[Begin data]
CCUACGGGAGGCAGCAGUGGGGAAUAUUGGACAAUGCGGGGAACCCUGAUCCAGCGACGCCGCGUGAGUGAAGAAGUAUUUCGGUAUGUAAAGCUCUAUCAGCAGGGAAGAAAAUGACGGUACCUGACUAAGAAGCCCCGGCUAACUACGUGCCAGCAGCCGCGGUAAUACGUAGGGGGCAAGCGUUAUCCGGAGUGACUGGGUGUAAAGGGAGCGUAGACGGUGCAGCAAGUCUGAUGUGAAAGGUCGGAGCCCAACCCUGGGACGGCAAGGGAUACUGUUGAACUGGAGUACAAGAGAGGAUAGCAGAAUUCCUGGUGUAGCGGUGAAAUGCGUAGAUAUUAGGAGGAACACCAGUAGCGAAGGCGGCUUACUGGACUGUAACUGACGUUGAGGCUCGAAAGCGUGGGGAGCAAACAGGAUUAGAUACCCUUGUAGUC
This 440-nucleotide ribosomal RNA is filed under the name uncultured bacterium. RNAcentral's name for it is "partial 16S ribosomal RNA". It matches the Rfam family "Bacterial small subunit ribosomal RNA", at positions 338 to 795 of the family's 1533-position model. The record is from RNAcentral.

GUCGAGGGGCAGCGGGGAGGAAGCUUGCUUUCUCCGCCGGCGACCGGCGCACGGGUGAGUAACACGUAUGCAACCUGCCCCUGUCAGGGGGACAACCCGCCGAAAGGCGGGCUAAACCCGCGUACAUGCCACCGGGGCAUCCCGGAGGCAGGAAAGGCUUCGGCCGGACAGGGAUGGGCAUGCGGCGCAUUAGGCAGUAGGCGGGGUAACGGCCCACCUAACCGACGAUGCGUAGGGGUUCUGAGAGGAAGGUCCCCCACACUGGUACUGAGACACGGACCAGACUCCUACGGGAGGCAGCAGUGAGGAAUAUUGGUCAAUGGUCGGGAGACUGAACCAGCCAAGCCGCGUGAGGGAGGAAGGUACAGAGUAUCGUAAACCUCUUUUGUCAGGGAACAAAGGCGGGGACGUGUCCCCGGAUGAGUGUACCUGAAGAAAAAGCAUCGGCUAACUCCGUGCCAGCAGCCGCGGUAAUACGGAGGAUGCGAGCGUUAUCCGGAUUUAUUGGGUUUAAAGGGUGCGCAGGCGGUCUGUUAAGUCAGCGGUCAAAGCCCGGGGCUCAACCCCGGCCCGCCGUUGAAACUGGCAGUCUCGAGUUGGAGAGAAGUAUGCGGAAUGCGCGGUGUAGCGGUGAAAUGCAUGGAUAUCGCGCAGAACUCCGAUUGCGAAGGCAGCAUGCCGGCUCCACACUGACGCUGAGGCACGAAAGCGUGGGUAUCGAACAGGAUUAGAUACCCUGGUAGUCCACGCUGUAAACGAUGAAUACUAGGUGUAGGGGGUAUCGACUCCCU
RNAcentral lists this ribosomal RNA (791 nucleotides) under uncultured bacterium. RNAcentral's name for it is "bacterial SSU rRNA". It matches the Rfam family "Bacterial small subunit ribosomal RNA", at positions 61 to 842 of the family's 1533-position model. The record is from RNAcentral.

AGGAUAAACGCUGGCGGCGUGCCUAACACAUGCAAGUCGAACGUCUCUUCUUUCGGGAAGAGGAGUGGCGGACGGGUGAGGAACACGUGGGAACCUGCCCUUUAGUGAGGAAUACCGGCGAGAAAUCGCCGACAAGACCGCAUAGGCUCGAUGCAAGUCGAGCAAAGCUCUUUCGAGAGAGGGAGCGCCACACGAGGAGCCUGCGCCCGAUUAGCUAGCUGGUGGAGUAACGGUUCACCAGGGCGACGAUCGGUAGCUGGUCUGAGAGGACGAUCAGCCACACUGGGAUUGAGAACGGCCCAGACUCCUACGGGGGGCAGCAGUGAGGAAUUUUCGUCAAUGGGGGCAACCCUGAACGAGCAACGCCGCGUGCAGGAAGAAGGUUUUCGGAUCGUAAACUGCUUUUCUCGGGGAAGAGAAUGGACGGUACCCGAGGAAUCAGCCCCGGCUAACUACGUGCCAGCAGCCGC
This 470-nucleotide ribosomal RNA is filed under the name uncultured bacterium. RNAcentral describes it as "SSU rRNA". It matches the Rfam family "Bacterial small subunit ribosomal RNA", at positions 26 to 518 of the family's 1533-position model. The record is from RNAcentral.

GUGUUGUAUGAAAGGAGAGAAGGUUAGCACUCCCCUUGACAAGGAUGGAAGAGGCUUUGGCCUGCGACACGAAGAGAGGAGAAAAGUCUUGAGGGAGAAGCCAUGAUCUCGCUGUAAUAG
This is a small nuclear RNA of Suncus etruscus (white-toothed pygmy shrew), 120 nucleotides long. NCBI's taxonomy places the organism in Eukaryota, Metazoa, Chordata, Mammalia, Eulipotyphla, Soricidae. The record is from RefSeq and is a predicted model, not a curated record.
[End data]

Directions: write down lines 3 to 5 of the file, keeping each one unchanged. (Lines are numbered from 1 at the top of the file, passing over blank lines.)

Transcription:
GUCGAGGGGCAGCGGGGAGGAAGCUUGCUUUCUCCGCCGGCGACCGGCGCACGGGUGAGUAACACGUAUGCAACCUGCCCCUGUCAGGGGGACAACCCGCCGAAAGGCGGGCUAAACCCGCGUACAUGCCACCGGGGCAUCCCGGAGGCAGGAAAGGCUUCGGCCGGACAGGGAUGGGCAUGCGGCGCAUUAGGCAGUAGGCGGGGUAACGGCCCACCUAACCGACGAUGCGUAGGGGUUCUGAGAGGAAGGUCCCCCACACUGGUACUGAGACACGGACCAGACUCCUACGGGAGGCAGCAGUGAGGAAUAUUGGUCAAUGGUCGGGAGACUGAACCAGCCAAGCCGCGUGAGGGAGGAAGGUACAGAGUAUCGUAAACCUCUUUUGUCAGGGAACAAAGGCGGGGACGUGUCCCCGGAUGAGUGUACCUGAAGAAAAAGCAUCGGCUAACUCCGUGCCAGCAGCCGCGGUAAUACGGAGGAUGCGAGCGUUAUCCGGAUUUAUUGGGUUUAAAGGGUGCGCAGGCGGUCUGUUAAGUCAGCGGUCAAAGCCCGGGGCUCAACCCCGGCCCGCCGUUGAAACUGGCAGUCUCGAGUUGGAGAGAAGUAUGCGGAAUGCGCGGUGUAGCGGUGAAAUGCAUGGAUAUCGCGCAGAACUCCGAUUGCGAAGGCAGCAUGCCGGCUCCACACUGACGCUGAGGCACGAAAGCGUGGGUAUCGAACAGGAUUAGAUACCCUGGUAGUCCACGCUGUAAACGAUGAAUACUAGGUGUAGGGGGUAUCGACUCCCU
RNAcentral lists this ribosomal RNA (791 nucleotides) under uncultured bacterium. RNAcentral's name for it is "bacterial SSU rRNA". It matches the Rfam family "Bacterial small subunit ribosomal RNA", at positions 61 to 842 of the family's 1533-position model. The record is from RNAcentral.

AGGAUAAACGCUGGCGGCGUGCCUAACACAUGCAAGUCGAACGUCUCUUCUUUCGGGAAGAGGAGUGGCGGACGGGUGAGGAACACGUGGGAACCUGCCCUUUAGUGAGGAAUACCGGCGAGAAAUCGCCGACAAGACCGCAUAGGCUCGAUGCAAGUCGAGCAAAGCUCUUUCGAGAGAGGGAGCGCCACACGAGGAGCCUGCGCCCGAUUAGCUAGCUGGUGGAGUAACGGUUCACCAGGGCGACGAUCGGUAGCUGGUCUGAGAGGACGAUCAGCCACACUGGGAUUGAGAACGGCCCAGACUCCUACGGGGGGCAGCAGUGAGGAAUUUUCGUCAAUGGGGGCAACCCUGAACGAGCAACGCCGCGUGCAGGAAGAAGGUUUUCGGAUCGUAAACUGCUUUUCUCGGGGAAGAGAAUGGACGGUACCCGAGGAAUCAGCCCCGGCUAACUACGUGCCAGCAGCCGC